In recent times, Quercetin has grown in popularity from a lesser known supplement to one of high demand, and rightly so... Quercetin is one of the most powerful and abundant flavonoids consumed in the human diet. So what exactly is Quercetin?
Quercetin is actually a pigment that belongs to a group of compounds found in plants called flavonoids. It is found in a wide variety of fruits and vegetables and accounts for 75% of our daily flavonoid intake. Foods rich in quercetin include onions, apples, berries, citrus fruits, grapes, kale, buckwheat, broccoli, tomatoes, black tea and red wine. The concentration of Quercetin can however differs not only from plant to plant, but also depending on the part of the plant used, as well as the country it is grown in. Onion-derived Quercetin, for example, is known to have a higher bioavailability than Quercetin derived from apples.
Quercetin plays an important role in supporting a healthy immune response, reducing inflammation, and fighting free radicals and can also reduce the incidence of upper viral respiratory tract infections such as the common cold, after periods of intensive exercise or high stress load.
Quercetin is one of the most abundant antioxidants available in the human diet with an estimated average daily dietary intake between 10-100 mg daily. Antioxidants are compounds that are able to bind to free radicals in the body and effectively neutralise them. Free radicals are unstable molecules that can be found in our body and, if left to multiply, they can cause cellular damage. Free radical damage has been linked to a multitude of chronic conditions including cancer, diabetes and heart disease. Quercetin has been found to be more powerful as an antioxidant than vitamins C and E.
Quercetin exhibits anti-inflammatory activity through the inhibition of inflammatory enzymes such as cyclooxygenase (COX) and lipoxygenase (LOX) and it also reduces the effect of inflammatory mediators including prostaglandins and leukotrienes. Inflammation is a natural side-effect of the immune response, but excessive acute inflammation can interfere with an effective immune response and chronic unopposed inflammation can exacerbate disease leading to increased cellular damage and ill health.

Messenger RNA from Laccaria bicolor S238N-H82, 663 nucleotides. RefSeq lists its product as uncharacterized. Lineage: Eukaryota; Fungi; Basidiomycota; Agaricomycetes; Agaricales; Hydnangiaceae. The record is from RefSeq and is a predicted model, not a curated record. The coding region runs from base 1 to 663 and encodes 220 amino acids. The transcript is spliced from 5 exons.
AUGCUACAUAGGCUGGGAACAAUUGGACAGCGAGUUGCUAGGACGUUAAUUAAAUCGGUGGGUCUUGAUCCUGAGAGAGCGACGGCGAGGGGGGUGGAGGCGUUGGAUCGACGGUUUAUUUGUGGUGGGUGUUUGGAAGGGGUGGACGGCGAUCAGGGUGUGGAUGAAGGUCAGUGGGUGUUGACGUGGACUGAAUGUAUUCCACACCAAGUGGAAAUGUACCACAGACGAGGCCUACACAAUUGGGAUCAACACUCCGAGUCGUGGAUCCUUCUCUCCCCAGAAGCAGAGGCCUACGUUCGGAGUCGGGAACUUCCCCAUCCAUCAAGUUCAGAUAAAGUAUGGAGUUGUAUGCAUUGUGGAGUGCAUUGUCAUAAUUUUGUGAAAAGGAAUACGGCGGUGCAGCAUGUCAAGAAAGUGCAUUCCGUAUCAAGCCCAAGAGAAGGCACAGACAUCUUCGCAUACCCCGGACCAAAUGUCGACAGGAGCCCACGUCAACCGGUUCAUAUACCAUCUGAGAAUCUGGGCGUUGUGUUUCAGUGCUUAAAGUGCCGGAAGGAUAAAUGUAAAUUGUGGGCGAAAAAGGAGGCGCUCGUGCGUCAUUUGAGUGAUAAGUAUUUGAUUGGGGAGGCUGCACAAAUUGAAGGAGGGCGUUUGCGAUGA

Quercetin has been found to exhibit immunomodulatory properties meaning it can positively influence immune function. It appears to stimulate T-helper cells that produce Th-1-derived Interferon-y (IFN-y) while down-regulating Th2-derived Interleukin-4. T-helper cells are said to be the most important cells in adaptive immunity, as they help to activate B cells, secrete antibodies, assist macrophages to destroy ingested microbes and also activate cytotoxic T cells that kill infected target cells. Adaptive immunity is often referred to as the acquired immune system and helps to eliminate pathogens or prevent their pathogenic growth.
The immunomodulatory effects of Quercetin have previously been demonstrated in human clinical trials which suggest it might help reduce the incidence of respiratory illness after intensive exercise. In double-blind conditions, supplemental doses of 1000mg of Quercetin taken for three weeks prior, during and for two weeks after a three-day period of intensive (3 hours per day) cycling event resulted in a lower incidence of upper respiratory tract infection amongst participating cyclists.
Interestingly, research also suggests that co-administration of vitamin C with Quercetin exerts a synergistic antiviral action due to the capacity of ascorbic acid (vitamin c) to recycle Quercetin into its active form, thereby increasing its effectiveness. Research has also found that Quercetin might exhibit direct antiviral properties by significantly reducing formation of plaque by RNA and DNA viruses by exerting anti-infective and anti-replicative properties.
Polyphenols, such as Quercetin and resveratrol are known to be exert anti-allergenic effects by blocking histamine release from basophils and mast cells. Quercetin also alters IgE-mediated release, a type of antibody made by the immune system in response to allergic reactions.
As an antioxidant, Quercetin acts as a scavenger of reactive oxygen and nitrogen species - highly reactive ions that are either generated through metabolic processes or following exposure to toxins, radiation or other exogenous sources. Accumulation of these molecules within the body can result in increased oxidative damage to DNA, proteins and lipids. Quercetin is able to form metal ion complexes to prevent further free radical generation. Oxidative damage within the body is known to contribute to chronic and degenerative conditions as well as cellular aging.
Natural bioavailability of Quercetin is generally considered to be low for therapeutic purposes due to its low solubility, poor absorption and rapid metabolism. However, certain forms of Quercetin, such as QU995 have considerable research indicating superior bioavailability and increased purity. QU995 has been granted GRAS status in the United States, meaning it is Generally Regarded as Safe. QU995 is sustainably sourced from Fava beans and is one of the purest Quercetin flavonoid polyphenols available in the market today. Fava beans are grown from plants grown in Brazil with the scientific names Dimorphandra mollis and Dimorphandra gardneriana.
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